Cuba is sometimes idealized as a successful counter model to capitalism. This month, however, the University of Chicago’s NORC released a study about the opinions of Cuba’s population. The findings of the poll were clear: Cubans want capitalism.
The Cuban people are ready and willing to improve their lives, but the government prevents them from doing so.
This kind of information was not previously available because the Cuban government repressed information in and out of the island. As such, the study, based on in-person interviews with 840 randomly chosen adults, gives a rare glimpse into the sentiments of Cubans about the system under which they live.
Cubans on Cuba
65 percent of interviewees said they want to privatize more businesses and decentralize the economy. 68 percent see competition as a positive way to promote ideas and as a motivator to work hard. Many Cubans have an entrepreneurial mindset with 56 percent of the people planning to start a business in the next 5 years. To compare, 57 percent of Americans plan to become entrepreneurs. The Cuban people are ready and willing to improve their lives, but the government prevents them from doing so.
Further, only 13 percent of the population thinks the Cuban economy is doing well. GDP shrunk by almost one percent last year. Venezuela, one of Cuba’s main benefactors, had to reduce its oil deliveries by 60 percent due to their own economic crisis, which has had a heavy impact on Cuba’s GDP.
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At the end of January, Sen. Heidi Heitkamp, D-N.D., introduced the Agricultural Export Expansion Act aimed at removing restrictions on United States agricultural exports to Cuba. Following the steps of 16 other states, Virginia also launched its Engage Cuba State Council, an initiative of the Cuba Engagement Coalition that seeks to promote trade and travel with Cuba and eventually lift the embargo.
Supporters of these initiatives believe ending the embargo will alleviate Cuban poverty while helping state economies grow. The president of Engage Cuba, James Williams, said the Agricultural Expansion Act would “increase US agricultural exports, create jobs across the country, and provide the Cuban people with high-quality American food.” While these efforts are an important step in improving American relations with the Caribbean country, Cuba also needs to reform its system of import taxation for trade liberalization to have its desired effect.
The U.S. embargo against Cuba has been controversial since it was implemented in the 1960s. Opponents of the embargo argue that restricting the population’s access to cheap foreign goods makes the country poorer and gives the government someone to blame for its widespread poverty. Proponents of the embargo believe that it is the one thing keeping the Communist Party of Cuba in check, providing justice for dissidents and keeping money out of the pockets of regime officials.
While they have valid arguments, advocates on both sides are missing an important factor: whether or not an external embargo exists, most goods will never reach the Cuban people because of a state-imposed internal embargo.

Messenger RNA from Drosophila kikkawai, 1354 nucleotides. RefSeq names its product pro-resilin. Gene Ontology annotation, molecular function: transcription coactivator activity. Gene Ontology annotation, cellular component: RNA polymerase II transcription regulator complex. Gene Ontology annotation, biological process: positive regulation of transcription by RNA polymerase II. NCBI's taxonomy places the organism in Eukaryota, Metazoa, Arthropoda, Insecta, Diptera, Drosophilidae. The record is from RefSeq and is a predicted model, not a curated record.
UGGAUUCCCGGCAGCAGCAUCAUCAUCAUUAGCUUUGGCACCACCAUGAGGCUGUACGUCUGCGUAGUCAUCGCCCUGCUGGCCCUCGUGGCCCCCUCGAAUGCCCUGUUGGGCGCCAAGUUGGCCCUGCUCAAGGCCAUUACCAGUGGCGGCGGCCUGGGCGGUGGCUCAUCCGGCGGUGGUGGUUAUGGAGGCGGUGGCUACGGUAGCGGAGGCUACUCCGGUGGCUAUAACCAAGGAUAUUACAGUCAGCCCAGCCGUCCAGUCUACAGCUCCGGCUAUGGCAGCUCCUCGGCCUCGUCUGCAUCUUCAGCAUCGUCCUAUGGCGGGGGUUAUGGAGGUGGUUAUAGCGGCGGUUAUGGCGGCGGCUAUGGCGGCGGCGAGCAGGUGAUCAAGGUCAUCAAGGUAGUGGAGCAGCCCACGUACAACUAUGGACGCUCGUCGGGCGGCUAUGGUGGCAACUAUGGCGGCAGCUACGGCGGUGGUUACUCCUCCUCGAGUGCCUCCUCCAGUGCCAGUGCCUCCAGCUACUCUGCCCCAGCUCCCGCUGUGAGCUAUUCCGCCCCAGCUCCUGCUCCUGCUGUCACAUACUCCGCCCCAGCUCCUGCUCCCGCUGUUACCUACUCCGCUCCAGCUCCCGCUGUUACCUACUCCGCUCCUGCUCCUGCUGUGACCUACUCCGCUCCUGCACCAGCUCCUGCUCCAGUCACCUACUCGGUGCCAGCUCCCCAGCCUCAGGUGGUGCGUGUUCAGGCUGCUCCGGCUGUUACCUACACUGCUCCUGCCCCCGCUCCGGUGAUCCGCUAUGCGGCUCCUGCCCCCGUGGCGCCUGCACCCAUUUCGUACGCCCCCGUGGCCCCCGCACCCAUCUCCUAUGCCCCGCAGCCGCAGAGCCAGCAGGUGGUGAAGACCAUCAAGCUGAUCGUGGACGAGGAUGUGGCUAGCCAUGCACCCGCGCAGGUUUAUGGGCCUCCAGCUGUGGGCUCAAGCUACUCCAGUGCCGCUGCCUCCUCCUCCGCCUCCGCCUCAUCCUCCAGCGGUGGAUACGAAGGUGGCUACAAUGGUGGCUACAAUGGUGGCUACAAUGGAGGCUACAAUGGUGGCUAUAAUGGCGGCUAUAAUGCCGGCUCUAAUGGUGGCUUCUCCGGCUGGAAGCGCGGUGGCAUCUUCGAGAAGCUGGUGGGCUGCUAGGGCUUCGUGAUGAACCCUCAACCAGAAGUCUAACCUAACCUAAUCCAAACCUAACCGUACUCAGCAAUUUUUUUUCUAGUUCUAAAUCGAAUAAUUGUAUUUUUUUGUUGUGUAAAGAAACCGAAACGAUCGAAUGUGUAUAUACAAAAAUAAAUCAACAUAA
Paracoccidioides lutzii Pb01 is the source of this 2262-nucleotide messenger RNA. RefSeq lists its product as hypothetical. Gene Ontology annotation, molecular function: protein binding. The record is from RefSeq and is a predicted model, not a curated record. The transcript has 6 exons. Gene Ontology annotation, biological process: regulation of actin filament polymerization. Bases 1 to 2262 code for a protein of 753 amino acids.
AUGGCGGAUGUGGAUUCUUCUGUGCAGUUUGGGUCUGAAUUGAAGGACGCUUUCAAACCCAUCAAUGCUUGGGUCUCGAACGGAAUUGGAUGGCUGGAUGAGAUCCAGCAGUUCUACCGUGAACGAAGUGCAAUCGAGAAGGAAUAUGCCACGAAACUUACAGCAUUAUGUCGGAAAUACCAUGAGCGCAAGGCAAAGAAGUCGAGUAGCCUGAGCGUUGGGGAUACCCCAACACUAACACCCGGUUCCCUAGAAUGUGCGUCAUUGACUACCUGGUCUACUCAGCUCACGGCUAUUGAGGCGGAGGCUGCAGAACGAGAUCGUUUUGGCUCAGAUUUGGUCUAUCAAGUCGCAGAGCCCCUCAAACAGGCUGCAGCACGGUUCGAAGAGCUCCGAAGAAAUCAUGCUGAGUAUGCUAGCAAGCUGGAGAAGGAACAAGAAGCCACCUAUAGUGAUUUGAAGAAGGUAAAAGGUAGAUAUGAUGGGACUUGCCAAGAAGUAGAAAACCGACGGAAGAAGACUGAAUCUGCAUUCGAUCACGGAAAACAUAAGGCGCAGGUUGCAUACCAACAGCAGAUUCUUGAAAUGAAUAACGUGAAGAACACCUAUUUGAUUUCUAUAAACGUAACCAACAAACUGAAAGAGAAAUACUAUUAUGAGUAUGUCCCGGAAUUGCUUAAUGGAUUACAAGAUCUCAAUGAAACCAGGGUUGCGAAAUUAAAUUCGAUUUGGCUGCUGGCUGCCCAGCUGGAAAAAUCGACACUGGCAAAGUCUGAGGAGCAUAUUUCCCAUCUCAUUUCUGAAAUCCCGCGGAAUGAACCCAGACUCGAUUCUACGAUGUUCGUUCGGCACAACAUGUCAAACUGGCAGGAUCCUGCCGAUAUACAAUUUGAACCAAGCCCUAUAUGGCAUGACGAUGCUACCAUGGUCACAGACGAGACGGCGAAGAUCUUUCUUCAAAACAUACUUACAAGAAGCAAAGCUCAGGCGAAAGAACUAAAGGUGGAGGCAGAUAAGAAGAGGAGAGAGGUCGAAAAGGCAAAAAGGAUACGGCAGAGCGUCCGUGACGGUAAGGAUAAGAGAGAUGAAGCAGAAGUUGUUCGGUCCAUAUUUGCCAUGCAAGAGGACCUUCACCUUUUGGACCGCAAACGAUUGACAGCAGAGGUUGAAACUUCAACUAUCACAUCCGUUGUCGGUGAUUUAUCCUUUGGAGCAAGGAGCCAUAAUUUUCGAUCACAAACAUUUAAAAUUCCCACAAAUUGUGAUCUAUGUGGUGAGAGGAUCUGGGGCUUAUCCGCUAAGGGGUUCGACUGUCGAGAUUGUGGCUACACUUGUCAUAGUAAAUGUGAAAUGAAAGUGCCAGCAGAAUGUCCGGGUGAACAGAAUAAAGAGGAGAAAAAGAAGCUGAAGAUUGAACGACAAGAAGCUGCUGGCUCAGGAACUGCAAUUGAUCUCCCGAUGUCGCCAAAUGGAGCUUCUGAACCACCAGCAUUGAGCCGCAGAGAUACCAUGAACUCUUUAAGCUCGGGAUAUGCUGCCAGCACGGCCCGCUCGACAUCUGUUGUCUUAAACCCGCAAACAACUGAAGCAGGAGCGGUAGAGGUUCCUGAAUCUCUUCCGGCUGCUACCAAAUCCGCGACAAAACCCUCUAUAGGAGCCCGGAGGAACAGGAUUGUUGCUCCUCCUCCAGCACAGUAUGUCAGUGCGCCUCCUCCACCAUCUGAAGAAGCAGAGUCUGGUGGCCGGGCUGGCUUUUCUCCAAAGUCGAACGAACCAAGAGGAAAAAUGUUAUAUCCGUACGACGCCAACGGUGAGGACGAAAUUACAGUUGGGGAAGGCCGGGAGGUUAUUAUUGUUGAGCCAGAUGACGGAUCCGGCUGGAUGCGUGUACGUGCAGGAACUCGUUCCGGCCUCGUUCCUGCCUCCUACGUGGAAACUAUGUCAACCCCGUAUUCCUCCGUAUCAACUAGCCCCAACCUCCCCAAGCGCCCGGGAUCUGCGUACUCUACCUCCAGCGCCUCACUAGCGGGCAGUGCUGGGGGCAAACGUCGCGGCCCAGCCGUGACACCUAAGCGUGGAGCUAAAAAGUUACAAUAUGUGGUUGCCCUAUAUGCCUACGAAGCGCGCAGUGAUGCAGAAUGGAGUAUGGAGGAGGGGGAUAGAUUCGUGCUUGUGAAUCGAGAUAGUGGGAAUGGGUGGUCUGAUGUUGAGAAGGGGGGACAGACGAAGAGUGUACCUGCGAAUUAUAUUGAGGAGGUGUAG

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With the death of Fidel Castro, many are wondering what the future holds for Cuba. Could the island nation finally free itself from the chains of communism with the Dear Leader finally dead? A recent trip I took to Vietnam gives me hope for Cuba’s successful transition to a market economy.
In all likelihood, an economic sea change isn’t likely to sweep the Caribbean country immediately. Nevertheless, Cuba has taken some positive steps towards a market economy in recent years. In 2011, President Raul Castro legalized private property, allowing citizens to buy and sell their homes and farmers to cultivate a portion of their land for profit. This year brought even more optimistic changes, with many United States embargo restrictions on travel and trade lifted, facilitating the freer flow of goods and services.
Historically speaking, Cuba is likely to join most other so-called “communist” countries still standing today by embracing more capitalist reforms. While China, Laos and Vietnam are all red in theory, in practice the three Asian countries have enjoyed some of the fastest economic growth in recent decades because of free market reforms. North Korea is arguably the last true communist holdout, with the state completely owning the means of production to disastrous results.
This odd juxtaposition of communist ideology with capitalist practice was on full display when I visited Vietnam in November. The monuments and museums are still filled with propaganda. Nearly every mention of the Vietnam War is presented in black and white, as “imperialists” versus “patriots.” Granted, that time period wasn’t exactly the brightest for American foreign policy, but the communist recollection is so biased to the point of humor. While strolling through Ho Chi Minh City’s War Remnants Museum, for example, I couldn’t help but laugh at a panel claiming to show a photograph of South Vietnamese soldiers “drinking blood and swearing to destroy the communists.”
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